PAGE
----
Transformers are getting bigger and better. The SoTA baseline seems like a never-ending chase. However, this progress raises concerns on two cardinal aspects:

  • How much compute do these models require? The largest transformer (GPT-3) requires 10K GPUs for performing few-shot learning. This is 10x bigger than the previous largest transformer. These models require extensive compute (training time), huge amounts of data to perform well.

  • What are they learning and how it is carried out? These large pre-trained LMs are brittle when distribution shifts during inference. They are biased (for instance, generative models such as GPT-2 will associate nurses with women often). They are treated as black-box models in some aspect, we don't know what impact does finetune has and broadly, what do they look at and how do they perform this reasoning.

What it does

The main goal is to provide standardized modules for compute-efficient and robust algorithms. Compute efficient methods such as ZSL, Meta-Learning, Adaptive methods, Importance sampling can reduce the amount of data our models need and at the same time provide us competitive performance with standard fine-tuning methods. Another line of research has dived into how we can make these models robust. Debiasing methods aim to provide models with more generalization capabilities. Interpretability methods such as probing classifiers help us study their internal dynamics.

Fluence provides standardized API (similar to HF Transformers) to integrate these methods with existing workflows. Almost all the modules require similar arguments as any transformers code would require minimal changes. Thus reducing overhead from the user's endpoint. More details can be found in the video.

How I built it

This library uses Pytorch for all its functionalities. This library is part of a research project which will be published in the next few months. Being an active user and contributor of Pytorch and Transformers, I realized that there is some form of the gap that can be filled in regards to computing efficiency and robust methods. I looked at many different implementations to understand the issues (different ways of loading data, models expecting different inputs, custom training loops, no standard way to report results) and want to address these issues in this domain similar to Transformers. You can simply feed in any Automodel or nn.Module model, wrap it inside Fluence provided methods and let the rest be taken care of by it. The current functionalities come from what I feel were the essential starting point.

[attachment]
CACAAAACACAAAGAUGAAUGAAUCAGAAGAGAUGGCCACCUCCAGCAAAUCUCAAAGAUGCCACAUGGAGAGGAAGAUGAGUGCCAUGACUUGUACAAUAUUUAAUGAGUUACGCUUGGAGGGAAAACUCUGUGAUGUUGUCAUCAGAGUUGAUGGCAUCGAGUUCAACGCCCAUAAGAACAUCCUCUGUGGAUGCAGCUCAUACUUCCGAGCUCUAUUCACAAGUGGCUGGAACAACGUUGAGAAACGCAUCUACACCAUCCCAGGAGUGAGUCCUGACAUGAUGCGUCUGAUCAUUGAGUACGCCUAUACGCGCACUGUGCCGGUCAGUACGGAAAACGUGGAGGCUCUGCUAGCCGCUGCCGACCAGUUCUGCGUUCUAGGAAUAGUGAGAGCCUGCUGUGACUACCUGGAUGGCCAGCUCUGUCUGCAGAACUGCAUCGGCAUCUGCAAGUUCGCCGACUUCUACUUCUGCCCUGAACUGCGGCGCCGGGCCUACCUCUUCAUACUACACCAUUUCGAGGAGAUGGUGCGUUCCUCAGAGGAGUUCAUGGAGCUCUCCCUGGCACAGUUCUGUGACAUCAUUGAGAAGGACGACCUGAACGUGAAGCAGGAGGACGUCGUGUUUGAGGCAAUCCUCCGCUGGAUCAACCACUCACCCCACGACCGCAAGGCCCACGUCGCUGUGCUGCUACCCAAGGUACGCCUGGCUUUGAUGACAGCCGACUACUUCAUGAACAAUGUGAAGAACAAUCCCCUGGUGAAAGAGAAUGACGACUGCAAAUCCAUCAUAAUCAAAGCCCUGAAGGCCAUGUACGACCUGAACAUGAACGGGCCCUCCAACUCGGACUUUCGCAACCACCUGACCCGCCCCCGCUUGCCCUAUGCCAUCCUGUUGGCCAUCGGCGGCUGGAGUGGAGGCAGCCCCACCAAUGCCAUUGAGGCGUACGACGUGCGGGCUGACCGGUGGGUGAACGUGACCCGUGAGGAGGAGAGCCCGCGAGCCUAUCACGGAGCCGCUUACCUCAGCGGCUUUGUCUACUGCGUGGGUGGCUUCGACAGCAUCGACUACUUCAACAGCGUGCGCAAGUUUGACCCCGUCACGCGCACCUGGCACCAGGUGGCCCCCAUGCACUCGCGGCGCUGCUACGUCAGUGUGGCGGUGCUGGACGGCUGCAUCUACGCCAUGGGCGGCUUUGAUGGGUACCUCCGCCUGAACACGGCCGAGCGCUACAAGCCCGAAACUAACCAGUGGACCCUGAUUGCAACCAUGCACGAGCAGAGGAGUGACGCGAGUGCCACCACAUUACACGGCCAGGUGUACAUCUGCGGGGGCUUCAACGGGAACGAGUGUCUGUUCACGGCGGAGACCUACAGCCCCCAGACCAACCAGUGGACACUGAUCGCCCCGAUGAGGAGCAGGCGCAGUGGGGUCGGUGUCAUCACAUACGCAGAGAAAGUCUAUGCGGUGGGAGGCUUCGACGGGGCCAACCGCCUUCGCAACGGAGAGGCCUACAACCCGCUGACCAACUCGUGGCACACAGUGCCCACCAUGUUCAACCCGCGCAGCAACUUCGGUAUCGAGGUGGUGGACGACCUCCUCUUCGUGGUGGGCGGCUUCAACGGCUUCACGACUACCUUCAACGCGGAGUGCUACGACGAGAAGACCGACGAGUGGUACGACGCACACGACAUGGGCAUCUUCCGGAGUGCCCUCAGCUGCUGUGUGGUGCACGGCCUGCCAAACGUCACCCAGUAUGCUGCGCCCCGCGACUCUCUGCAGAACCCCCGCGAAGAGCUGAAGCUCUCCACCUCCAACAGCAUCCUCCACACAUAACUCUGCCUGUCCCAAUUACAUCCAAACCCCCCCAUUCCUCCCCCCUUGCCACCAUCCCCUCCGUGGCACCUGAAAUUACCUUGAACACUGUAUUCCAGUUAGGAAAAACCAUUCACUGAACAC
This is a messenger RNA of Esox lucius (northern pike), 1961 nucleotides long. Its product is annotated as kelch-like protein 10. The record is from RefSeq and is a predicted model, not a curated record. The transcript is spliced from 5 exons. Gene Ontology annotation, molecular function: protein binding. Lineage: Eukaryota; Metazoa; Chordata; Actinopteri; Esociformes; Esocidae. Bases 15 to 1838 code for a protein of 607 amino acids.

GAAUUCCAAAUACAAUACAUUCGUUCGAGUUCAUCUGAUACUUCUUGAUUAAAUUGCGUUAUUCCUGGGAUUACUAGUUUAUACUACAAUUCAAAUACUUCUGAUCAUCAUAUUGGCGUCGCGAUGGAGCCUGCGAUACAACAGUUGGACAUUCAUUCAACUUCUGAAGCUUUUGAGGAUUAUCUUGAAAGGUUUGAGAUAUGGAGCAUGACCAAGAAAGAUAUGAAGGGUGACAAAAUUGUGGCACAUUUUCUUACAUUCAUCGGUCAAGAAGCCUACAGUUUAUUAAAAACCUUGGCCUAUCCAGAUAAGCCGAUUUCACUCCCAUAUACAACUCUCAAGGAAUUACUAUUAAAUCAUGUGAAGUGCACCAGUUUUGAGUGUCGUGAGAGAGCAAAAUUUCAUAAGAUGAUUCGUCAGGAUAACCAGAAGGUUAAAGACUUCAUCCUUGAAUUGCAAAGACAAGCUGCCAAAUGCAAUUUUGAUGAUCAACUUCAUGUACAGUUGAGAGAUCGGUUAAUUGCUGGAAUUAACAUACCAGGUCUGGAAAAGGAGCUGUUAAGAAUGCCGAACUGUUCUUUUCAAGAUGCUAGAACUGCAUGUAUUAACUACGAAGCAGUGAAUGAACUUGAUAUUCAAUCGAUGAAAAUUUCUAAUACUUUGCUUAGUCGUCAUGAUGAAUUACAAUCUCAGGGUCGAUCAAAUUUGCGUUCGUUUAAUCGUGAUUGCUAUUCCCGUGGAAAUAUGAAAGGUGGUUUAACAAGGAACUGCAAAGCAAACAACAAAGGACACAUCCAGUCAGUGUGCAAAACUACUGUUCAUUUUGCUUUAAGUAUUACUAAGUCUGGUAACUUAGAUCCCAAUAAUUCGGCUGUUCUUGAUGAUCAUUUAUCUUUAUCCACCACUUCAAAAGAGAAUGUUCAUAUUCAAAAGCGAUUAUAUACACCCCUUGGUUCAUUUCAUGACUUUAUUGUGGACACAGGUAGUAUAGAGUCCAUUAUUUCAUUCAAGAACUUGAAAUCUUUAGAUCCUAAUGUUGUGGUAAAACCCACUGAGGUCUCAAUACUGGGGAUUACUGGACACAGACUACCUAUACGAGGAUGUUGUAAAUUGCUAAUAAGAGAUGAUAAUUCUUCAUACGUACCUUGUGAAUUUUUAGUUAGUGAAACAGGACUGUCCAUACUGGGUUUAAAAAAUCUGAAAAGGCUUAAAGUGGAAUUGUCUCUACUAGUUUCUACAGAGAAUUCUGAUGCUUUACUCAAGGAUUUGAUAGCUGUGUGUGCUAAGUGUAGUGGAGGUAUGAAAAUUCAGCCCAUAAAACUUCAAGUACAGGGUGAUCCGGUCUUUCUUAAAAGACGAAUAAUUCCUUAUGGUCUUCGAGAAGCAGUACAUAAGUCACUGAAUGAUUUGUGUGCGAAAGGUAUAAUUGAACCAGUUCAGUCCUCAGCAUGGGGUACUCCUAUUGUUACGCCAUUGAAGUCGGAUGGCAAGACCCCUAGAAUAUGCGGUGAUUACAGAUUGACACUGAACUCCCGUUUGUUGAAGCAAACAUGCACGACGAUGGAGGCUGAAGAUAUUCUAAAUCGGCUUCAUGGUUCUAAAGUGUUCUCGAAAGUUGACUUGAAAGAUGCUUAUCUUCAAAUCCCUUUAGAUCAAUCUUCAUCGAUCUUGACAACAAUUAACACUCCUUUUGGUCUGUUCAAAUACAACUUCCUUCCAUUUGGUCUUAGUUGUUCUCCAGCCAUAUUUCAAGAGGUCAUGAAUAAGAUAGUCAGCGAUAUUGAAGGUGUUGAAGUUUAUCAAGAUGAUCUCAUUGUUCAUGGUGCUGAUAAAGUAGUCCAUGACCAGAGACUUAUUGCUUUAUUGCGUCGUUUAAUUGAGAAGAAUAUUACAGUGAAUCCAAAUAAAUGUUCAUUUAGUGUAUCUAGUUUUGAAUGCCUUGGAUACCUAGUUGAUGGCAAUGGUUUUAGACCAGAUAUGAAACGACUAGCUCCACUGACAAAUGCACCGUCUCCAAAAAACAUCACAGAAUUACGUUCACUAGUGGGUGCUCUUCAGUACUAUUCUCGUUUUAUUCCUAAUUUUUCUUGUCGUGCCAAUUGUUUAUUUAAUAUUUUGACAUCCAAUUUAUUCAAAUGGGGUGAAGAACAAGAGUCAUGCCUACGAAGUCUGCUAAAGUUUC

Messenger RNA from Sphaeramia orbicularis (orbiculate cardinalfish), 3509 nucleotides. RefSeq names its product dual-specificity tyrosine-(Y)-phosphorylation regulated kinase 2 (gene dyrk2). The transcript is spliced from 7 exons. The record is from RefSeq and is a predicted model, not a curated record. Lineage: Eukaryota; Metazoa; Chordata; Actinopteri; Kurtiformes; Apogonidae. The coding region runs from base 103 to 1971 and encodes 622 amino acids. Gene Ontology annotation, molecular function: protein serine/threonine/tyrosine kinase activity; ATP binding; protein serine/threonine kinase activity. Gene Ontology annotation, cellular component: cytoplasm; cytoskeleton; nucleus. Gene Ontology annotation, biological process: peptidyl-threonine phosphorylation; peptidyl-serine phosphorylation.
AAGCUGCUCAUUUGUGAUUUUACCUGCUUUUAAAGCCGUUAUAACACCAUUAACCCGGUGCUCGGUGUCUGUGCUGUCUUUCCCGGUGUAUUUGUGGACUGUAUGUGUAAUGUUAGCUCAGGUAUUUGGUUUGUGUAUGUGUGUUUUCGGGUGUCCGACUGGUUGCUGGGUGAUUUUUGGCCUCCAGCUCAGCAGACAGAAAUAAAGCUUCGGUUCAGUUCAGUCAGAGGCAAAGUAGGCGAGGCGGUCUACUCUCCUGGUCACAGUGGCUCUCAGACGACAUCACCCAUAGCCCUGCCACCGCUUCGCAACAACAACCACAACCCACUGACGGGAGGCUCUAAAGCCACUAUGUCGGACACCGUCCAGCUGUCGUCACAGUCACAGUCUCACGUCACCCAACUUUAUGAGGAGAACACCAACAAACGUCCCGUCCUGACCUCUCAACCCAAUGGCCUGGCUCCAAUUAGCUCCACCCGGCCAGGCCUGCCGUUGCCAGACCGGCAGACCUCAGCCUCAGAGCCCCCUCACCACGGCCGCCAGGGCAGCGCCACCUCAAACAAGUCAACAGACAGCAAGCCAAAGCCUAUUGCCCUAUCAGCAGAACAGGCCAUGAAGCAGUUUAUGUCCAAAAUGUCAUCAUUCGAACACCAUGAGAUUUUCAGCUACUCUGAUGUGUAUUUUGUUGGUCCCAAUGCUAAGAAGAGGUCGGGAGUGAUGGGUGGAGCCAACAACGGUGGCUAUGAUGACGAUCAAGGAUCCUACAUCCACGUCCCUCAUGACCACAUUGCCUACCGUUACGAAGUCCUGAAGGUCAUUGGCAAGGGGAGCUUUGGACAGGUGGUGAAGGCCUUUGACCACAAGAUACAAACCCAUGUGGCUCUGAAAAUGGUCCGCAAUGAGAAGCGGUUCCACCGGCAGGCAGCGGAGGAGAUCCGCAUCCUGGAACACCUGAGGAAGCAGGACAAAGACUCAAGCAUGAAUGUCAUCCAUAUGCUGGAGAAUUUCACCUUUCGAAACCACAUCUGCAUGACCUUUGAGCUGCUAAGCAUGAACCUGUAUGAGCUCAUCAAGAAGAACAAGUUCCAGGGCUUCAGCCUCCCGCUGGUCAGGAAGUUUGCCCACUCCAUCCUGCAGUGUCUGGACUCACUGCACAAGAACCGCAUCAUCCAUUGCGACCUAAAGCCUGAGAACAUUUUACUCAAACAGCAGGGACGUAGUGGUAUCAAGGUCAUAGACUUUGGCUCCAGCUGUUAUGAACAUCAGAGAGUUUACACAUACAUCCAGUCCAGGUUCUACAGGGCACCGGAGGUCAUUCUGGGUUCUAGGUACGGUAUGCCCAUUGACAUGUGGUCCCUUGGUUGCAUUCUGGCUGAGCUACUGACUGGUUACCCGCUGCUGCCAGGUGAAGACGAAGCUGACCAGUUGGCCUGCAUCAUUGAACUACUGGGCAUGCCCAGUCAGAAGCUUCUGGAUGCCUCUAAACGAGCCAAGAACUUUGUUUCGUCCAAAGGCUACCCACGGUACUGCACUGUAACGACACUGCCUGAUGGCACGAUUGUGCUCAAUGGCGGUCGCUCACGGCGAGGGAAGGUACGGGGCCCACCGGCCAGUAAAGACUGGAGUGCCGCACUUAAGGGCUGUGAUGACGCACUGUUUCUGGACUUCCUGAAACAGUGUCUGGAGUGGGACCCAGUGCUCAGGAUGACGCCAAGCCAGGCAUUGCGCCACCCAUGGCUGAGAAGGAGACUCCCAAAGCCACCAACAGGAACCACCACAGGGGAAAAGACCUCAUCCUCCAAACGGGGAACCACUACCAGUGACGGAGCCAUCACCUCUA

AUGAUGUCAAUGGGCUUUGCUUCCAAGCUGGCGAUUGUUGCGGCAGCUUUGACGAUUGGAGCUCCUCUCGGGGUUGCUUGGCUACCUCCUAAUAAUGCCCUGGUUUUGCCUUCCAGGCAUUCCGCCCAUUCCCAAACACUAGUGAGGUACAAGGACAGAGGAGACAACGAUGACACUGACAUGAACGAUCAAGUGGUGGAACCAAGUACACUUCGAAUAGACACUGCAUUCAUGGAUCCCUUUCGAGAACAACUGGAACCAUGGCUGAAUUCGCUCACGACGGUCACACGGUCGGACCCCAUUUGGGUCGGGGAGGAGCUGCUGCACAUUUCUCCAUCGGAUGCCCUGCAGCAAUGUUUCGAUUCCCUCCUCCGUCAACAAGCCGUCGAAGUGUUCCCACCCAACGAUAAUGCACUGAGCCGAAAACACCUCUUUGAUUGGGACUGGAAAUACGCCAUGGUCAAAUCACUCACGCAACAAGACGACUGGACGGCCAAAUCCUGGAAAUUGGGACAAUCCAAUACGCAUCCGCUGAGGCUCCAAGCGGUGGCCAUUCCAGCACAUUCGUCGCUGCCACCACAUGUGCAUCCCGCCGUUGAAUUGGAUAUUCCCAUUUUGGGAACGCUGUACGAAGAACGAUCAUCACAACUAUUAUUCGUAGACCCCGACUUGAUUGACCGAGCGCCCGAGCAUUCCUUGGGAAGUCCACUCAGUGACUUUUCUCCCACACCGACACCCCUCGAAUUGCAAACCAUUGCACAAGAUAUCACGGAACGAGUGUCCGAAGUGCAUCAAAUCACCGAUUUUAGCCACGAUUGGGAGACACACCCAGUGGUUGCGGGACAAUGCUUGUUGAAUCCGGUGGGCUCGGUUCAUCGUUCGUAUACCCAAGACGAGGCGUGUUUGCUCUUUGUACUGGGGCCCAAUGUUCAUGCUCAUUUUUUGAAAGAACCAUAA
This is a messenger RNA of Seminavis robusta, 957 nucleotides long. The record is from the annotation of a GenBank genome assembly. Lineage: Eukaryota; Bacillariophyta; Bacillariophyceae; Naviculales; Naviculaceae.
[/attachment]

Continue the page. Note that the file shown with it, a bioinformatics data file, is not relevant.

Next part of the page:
Challenges I ran into

It took me a lot of time to make some methods work (such as HEX, due to its instability with matrix inversion, MAML for transformers, which now uses higher, integrating these methods with HF Pytorch Trainer). I had to read many different papers to understand the problems and how they can be better implemented. Some of the methods were implemented in TF which were ported to PT (required me to read TF docs).

Accomplishments that I'm proud of

I am proud of implementing modules that didn't have a proper implementation. This library going forth will include some of the best practices in research. In the process, I submitted several PRs to the Transformers repo. For instance, adding Pytorch Native AMP in the Trainer. I think Fluence's direction will be determined by the community response. It has always been one of my research goals to create an ML library that makes it easier for researchers to try out their ideas and prototype it with minimal overhead.

What I learned

I learned a ton about NLI research since this is the task on which I tested out these methods. I learned a lot about the Transformers library such as their standard APIs to instantiate modules and training workflow. I liked it and this is one of the reasons why Fluence integrates with their workflow. I learned about code coverage in general and added it to this library.

What's next for Fluence

There are a lot of things which will come to Fluence in the coming months. The meta-learning pipeline needs improvement in terms of providing flexibility to users. I hope to add improved pruning methods (inspired by LTH). There are a few sampling methods currently. I hope to make the data order aspect easy to manage. I want to add sparse methods also possibly which integrates well with autograd. Improvements in documentation and the addition of examples will be an ongoing effort.

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